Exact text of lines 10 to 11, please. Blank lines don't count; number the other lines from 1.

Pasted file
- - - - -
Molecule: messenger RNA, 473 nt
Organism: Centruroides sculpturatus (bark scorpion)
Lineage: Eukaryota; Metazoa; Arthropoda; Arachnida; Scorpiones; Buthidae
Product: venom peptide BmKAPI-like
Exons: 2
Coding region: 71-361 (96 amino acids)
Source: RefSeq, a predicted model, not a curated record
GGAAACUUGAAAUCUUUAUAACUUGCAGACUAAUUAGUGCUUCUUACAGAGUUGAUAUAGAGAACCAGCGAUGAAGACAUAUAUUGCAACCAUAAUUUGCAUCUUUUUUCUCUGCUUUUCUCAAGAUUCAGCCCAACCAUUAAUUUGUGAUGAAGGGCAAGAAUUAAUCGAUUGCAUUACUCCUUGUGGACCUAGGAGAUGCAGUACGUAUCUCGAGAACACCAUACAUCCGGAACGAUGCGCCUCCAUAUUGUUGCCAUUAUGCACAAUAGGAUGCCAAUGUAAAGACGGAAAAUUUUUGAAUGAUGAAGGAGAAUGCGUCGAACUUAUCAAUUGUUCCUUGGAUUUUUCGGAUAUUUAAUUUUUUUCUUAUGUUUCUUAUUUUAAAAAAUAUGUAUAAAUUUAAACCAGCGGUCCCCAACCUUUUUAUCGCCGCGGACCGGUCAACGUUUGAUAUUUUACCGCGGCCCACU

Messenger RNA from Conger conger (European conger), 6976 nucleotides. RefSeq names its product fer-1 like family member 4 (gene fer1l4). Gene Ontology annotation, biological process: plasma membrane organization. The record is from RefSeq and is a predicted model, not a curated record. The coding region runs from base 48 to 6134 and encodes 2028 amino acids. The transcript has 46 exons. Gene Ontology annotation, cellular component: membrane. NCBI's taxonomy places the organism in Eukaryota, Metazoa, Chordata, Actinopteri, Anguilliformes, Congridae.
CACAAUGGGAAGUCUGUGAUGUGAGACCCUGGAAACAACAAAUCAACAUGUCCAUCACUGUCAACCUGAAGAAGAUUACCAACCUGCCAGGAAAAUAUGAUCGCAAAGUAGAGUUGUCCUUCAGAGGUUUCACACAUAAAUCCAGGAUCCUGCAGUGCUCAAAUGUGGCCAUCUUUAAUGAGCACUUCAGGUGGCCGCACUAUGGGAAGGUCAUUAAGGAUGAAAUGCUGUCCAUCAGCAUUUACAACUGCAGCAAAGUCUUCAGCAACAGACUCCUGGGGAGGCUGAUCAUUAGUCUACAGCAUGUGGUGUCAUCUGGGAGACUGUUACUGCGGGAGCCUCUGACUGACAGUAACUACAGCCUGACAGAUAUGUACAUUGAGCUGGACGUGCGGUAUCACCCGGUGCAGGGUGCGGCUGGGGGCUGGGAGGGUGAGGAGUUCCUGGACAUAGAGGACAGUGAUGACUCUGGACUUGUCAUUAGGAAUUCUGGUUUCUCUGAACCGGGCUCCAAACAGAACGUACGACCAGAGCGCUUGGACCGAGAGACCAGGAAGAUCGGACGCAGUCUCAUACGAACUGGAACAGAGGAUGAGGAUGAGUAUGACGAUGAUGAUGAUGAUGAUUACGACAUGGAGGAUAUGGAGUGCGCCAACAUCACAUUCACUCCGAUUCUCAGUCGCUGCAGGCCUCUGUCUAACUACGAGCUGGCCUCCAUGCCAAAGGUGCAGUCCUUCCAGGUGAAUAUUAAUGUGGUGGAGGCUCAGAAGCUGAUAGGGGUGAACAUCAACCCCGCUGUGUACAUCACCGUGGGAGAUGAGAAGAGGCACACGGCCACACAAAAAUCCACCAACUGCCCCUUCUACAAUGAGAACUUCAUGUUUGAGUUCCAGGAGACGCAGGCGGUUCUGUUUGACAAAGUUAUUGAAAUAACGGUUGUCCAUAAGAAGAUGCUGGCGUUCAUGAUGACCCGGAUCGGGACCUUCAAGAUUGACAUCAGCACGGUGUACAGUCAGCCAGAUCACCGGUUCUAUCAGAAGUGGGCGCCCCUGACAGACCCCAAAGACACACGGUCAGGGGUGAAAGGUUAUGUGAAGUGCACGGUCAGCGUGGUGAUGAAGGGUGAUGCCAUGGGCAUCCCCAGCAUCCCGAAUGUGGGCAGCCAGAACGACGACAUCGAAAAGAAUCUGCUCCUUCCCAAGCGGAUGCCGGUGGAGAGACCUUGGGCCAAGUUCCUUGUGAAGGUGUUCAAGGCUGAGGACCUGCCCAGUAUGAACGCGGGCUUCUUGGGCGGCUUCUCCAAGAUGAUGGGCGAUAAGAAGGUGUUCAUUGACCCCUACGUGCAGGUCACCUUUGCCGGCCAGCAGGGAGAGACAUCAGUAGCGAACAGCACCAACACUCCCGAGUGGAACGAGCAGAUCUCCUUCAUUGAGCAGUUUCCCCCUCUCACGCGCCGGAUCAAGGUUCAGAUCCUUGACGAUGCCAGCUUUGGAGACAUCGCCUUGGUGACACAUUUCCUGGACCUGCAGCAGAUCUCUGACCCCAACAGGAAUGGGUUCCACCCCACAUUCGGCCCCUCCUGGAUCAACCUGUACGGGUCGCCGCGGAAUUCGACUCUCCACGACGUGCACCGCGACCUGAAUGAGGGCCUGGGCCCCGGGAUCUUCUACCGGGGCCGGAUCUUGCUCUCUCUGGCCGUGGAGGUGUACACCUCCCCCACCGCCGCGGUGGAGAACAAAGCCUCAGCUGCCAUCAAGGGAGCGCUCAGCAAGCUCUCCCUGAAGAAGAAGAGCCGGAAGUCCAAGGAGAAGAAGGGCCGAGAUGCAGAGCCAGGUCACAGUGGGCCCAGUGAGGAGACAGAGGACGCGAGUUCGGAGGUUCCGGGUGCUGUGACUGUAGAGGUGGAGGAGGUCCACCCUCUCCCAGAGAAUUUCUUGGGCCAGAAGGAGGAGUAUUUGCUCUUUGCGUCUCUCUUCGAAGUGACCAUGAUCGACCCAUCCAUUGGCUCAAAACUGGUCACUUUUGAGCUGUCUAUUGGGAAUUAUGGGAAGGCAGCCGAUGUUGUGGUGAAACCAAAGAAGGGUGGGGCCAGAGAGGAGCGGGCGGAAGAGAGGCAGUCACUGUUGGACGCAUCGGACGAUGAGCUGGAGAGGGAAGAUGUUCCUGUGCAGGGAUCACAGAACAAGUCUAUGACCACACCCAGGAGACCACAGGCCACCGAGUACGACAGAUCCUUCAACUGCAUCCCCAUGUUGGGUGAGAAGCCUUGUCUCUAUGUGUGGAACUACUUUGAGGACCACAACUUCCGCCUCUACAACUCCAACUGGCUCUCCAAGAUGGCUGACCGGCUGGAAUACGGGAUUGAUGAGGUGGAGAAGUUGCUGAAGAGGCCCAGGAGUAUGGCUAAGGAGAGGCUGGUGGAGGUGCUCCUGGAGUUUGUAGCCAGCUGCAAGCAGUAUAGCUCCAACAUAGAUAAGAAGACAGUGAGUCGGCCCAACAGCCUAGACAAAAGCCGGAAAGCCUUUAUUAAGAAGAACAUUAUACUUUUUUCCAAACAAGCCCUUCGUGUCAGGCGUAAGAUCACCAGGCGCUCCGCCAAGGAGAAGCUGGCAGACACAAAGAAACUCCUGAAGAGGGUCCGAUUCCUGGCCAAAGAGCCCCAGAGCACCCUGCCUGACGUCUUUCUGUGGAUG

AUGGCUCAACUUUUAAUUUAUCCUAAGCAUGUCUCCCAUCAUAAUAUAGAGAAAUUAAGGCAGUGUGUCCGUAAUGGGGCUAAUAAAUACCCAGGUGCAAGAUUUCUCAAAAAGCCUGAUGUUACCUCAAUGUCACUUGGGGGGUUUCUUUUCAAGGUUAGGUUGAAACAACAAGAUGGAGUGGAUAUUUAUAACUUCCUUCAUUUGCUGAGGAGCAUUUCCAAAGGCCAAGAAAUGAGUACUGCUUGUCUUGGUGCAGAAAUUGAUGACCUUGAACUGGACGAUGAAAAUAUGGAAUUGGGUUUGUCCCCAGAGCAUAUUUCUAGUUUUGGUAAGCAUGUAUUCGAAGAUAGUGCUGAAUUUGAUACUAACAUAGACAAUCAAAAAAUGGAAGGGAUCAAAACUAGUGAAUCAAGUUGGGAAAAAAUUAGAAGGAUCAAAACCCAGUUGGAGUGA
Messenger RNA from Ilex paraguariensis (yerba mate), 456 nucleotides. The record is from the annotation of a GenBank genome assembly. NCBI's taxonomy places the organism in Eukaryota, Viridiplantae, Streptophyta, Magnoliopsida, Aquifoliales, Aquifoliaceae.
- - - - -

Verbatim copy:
CACAAUGGGAAGUCUGUGAUGUGAGACCCUGGAAACAACAAAUCAACAUGUCCAUCACUGUCAACCUGAAGAAGAUUACCAACCUGCCAGGAAAAUAUGAUCGCAAAGUAGAGUUGUCCUUCAGAGGUUUCACACAUAAAUCCAGGAUCCUGCAGUGCUCAAAUGUGGCCAUCUUUAAUGAGCACUUCAGGUGGCCGCACUAUGGGAAGGUCAUUAAGGAUGAAAUGCUGUCCAUCAGCAUUUACAACUGCAGCAAAGUCUUCAGCAACAGACUCCUGGGGAGGCUGAUCAUUAGUCUACAGCAUGUGGUGUCAUCUGGGAGACUGUUACUGCGGGAGCCUCUGACUGACAGUAACUACAGCCUGACAGAUAUGUACAUUGAGCUGGACGUGCGGUAUCACCCGGUGCAGGGUGCGGCUGGGGGCUGGGAGGGUGAGGAGUUCCUGGACAUAGAGGACAGUGAUGACUCUGGACUUGUCAUUAGGAAUUCUGGUUUCUCUGAACCGGGCUCCAAACAGAACGUACGACCAGAGCGCUUGGACCGAGAGACCAGGAAGAUCGGACGCAGUCUCAUACGAACUGGAACAGAGGAUGAGGAUGAGUAUGACGAUGAUGAUGAUGAUGAUUACGACAUGGAGGAUAUGGAGUGCGCCAACAUCACAUUCACUCCGAUUCUCAGUCGCUGCAGGCCUCUGUCUAACUACGAGCUGGCCUCCAUGCCAAAGGUGCAGUCCUUCCAGGUGAAUAUUAAUGUGGUGGAGGCUCAGAAGCUGAUAGGGGUGAACAUCAACCCCGCUGUGUACAUCACCGUGGGAGAUGAGAAGAGGCACACGGCCACACAAAAAUCCACCAACUGCCCCUUCUACAAUGAGAACUUCAUGUUUGAGUUCCAGGAGACGCAGGCGGUUCUGUUUGACAAAGUUAUUGAAAUAACGGUUGUCCAUAAGAAGAUGCUGGCGUUCAUGAUGACCCGGAUCGGGACCUUCAAGAUUGACAUCAGCACGGUGUACAGUCAGCCAGAUCACCGGUUCUAUCAGAAGUGGGCGCCCCUGACAGACCCCAAAGACACACGGUCAGGGGUGAAAGGUUAUGUGAAGUGCACGGUCAGCGUGGUGAUGAAGGGUGAUGCCAUGGGCAUCCCCAGCAUCCCGAAUGUGGGCAGCCAGAACGACGACAUCGAAAAGAAUCUGCUCCUUCCCAAGCGGAUGCCGGUGGAGAGACCUUGGGCCAAGUUCCUUGUGAAGGUGUUCAAGGCUGAGGACCUGCCCAGUAUGAACGCGGGCUUCUUGGGCGGCUUCUCCAAGAUGAUGGGCGAUAAGAAGGUGUUCAUUGACCCCUACGUGCAGGUCACCUUUGCCGGCCAGCAGGGAGAGACAUCAGUAGCGAACAGCACCAACACUCCCGAGUGGAACGAGCAGAUCUCCUUCAUUGAGCAGUUUCCCCCUCUCACGCGCCGGAUCAAGGUUCAGAUCCUUGACGAUGCCAGCUUUGGAGACAUCGCCUUGGUGACACAUUUCCUGGACCUGCAGCAGAUCUCUGACCCCAACAGGAAUGGGUUCCACCCCACAUUCGGCCCCUCCUGGAUCAACCUGUACGGGUCGCCGCGGAAUUCGACUCUCCACGACGUGCACCGCGACCUGAAUGAGGGCCUGGGCCCCGGGAUCUUCUACCGGGGCCGGAUCUUGCUCUCUCUGGCCGUGGAGGUGUACACCUCCCCCACCGCCGCGGUGGAGAACAAAGCCUCAGCUGCCAUCAAGGGAGCGCUCAGCAAGCUCUCCCUGAAGAAGAAGAGCCGGAAGUCCAAGGAGAAGAAGGGCCGAGAUGCAGAGCCAGGUCACAGUGGGCCCAGUGAGGAGACAGAGGACGCGAGUUCGGAGGUUCCGGGUGCUGUGACUGUAGAGGUGGAGGAGGUCCACCCUCUCCCAGAGAAUUUCUUGGGCCAGAAGGAGGAGUAUUUGCUCUUUGCGUCUCUCUUCGAAGUGACCAUGAUCGACCCAUCCAUUGGCUCAAAACUGGUCACUUUUGAGCUGUCUAUUGGGAAUUAUGGGAAGGCAGCCGAUGUUGUGGUGAAACCAAAGAAGGGUGGGGCCAGAGAGGAGCGGGCGGAAGAGAGGCAGUCACUGUUGGACGCAUCGGACGAUGAGCUGGAGAGGGAAGAUGUUCCUGUGCAGGGAUCACAGAACAAGUCUAUGACCACACCCAGGAGACCACAGGCCACCGAGUACGACAGAUCCUUCAACUGCAUCCCCAUGUUGGGUGAGAAGCCUUGUCUCUAUGUGUGGAACUACUUUGAGGACCACAACUUCCGCCUCUACAACUCCAACUGGCUCUCCAAGAUGGCUGACCGGCUGGAAUACGGGAUUGAUGAGGUGGAGAAGUUGCUGAAGAGGCCCAGGAGUAUGGCUAAGGAGAGGCUGGUGGAGGUGCUCCUGGAGUUUGUAGCCAGCUGCAAGCAGUAUAGCUCCAACAUAGAUAAGAAGACAGUGAGUCGGCCCAACAGCCUAGACAAAAGCCGGAAAGCCUUUAUUAAGAAGAACAUUAUACUUUUUUCCAAACAAGCCCUUCGUGUCAGGCGUAAGAUCACCAGGCGCUCCGCCAAGGAGAAGCUGGCAGACACAAAGAAACUCCUGAAGAGGGUCCGAUUCCUGGCCAAAGAGCCCCAGAGCACCCUGCCUGACGUCUUUCUGUGGAUG

AUGGCUCAACUUUUAAUUUAUCCUAAGCAUGUCUCCCAUCAUAAUAUAGAGAAAUUAAGGCAGUGUGUCCGUAAUGGGGCUAAUAAAUACCCAGGUGCAAGAUUUCUCAAAAAGCCUGAUGUUACCUCAAUGUCACUUGGGGGGUUUCUUUUCAAGGUUAGGUUGAAACAACAAGAUGGAGUGGAUAUUUAUAACUUCCUUCAUUUGCUGAGGAGCAUUUCCAAAGGCCAAGAAAUGAGUACUGCUUGUCUUGGUGCAGAAAUUGAUGACCUUGAACUGGACGAUGAAAAUAUGGAAUUGGGUUUGUCCCCAGAGCAUAUUUCUAGUUUUGGUAAGCAUGUAUUCGAAGAUAGUGCUGAAUUUGAUACUAACAUAGACAAUCAAAAAAUGGAAGGGAUCAAAACUAGUGAAUCAAGUUGGGAAAAAAUUAGAAGGAUCAAAACCCAGUUGGAGUGA